Table A - 95% Confidence Intervals for 2012 CPS Estimates

Crop Number of Holdings (June Census) Sample Size Sampling % Production ('000 tonnes) Confidence Limits ('000 tonnes) Confidence Limits (%)
Total Cereals1 14,016 642 4.58 2,507 ±117 ±4.72
Spring Barley 8,214 366 4.46 1,447 ±60 ±4.15
Winter Barley 1,684 78 4.63 277 ±15 ±5.65
Wheat 2,626 150 5.71 673 ±29 ±4.3
Oats 1,438 45 3.13 108 ±13 ±12.59
Oilseed Rape 1,300 42 3.23 106 ±8 ±7.94

1 includes Triticale, excludes Oilseed Rape

Charts A and B - Production Estimates with Confidence Intervals: 2012

Charts A and B - Production Estimates with Confidence Intervals: 2012

Area data are sourced from the June Agricultural Census and are assumed to be accurate as farmers face financial penalties for supplying incorrect information.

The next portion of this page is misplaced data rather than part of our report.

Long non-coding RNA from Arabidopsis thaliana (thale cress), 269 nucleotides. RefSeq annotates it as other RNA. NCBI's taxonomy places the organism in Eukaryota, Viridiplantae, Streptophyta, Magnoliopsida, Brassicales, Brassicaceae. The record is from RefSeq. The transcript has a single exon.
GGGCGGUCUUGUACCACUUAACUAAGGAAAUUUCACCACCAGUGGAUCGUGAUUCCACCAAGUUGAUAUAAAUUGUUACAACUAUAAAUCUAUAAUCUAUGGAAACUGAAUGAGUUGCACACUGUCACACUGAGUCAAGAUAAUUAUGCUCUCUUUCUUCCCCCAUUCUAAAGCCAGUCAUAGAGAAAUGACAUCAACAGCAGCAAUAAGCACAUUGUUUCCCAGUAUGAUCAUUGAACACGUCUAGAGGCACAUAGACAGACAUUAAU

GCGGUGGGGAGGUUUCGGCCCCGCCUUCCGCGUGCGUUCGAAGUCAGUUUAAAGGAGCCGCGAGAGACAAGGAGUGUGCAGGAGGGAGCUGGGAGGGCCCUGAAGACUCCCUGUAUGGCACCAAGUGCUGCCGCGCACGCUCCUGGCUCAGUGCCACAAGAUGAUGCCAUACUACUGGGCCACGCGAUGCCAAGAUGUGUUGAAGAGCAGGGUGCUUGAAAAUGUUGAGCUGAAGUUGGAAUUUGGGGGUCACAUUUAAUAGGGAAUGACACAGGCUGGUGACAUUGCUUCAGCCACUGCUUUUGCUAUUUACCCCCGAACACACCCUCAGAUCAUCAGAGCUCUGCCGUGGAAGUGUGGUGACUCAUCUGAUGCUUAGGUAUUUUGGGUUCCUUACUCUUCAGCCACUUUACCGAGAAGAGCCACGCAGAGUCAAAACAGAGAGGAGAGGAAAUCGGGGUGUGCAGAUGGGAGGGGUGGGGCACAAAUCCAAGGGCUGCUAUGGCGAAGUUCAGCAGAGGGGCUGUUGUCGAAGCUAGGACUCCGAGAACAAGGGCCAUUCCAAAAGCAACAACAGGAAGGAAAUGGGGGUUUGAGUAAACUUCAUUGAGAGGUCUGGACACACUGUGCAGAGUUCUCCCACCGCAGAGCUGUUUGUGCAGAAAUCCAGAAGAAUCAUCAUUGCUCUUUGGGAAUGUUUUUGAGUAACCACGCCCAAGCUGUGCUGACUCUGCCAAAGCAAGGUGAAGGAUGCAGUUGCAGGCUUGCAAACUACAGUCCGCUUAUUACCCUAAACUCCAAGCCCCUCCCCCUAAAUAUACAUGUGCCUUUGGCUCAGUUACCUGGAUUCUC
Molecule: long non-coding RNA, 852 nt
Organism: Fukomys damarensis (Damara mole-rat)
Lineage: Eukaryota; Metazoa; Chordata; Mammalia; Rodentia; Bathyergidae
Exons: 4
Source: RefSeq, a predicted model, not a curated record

In previous years (results prior to 2012) production estimates were based on the mean average of individual yield values for each of the strata. This has been changed to provide more reliable results (see methodology section). Results have been revised from 2003 onwards. At this time it is not possible to revise results prior to 2003. Charts C to H, below, show the impact of the revisions on the production estimates for the main crop groups. Note that the vertical axes of the charts do not start at zero; this is to highlight the variation between years and the differences between results of original and revised estimates.

Charts C to H - Comparison of Original and Revised Production Estimates

Charts C to H - Comparison of Original and Revised Production Estimates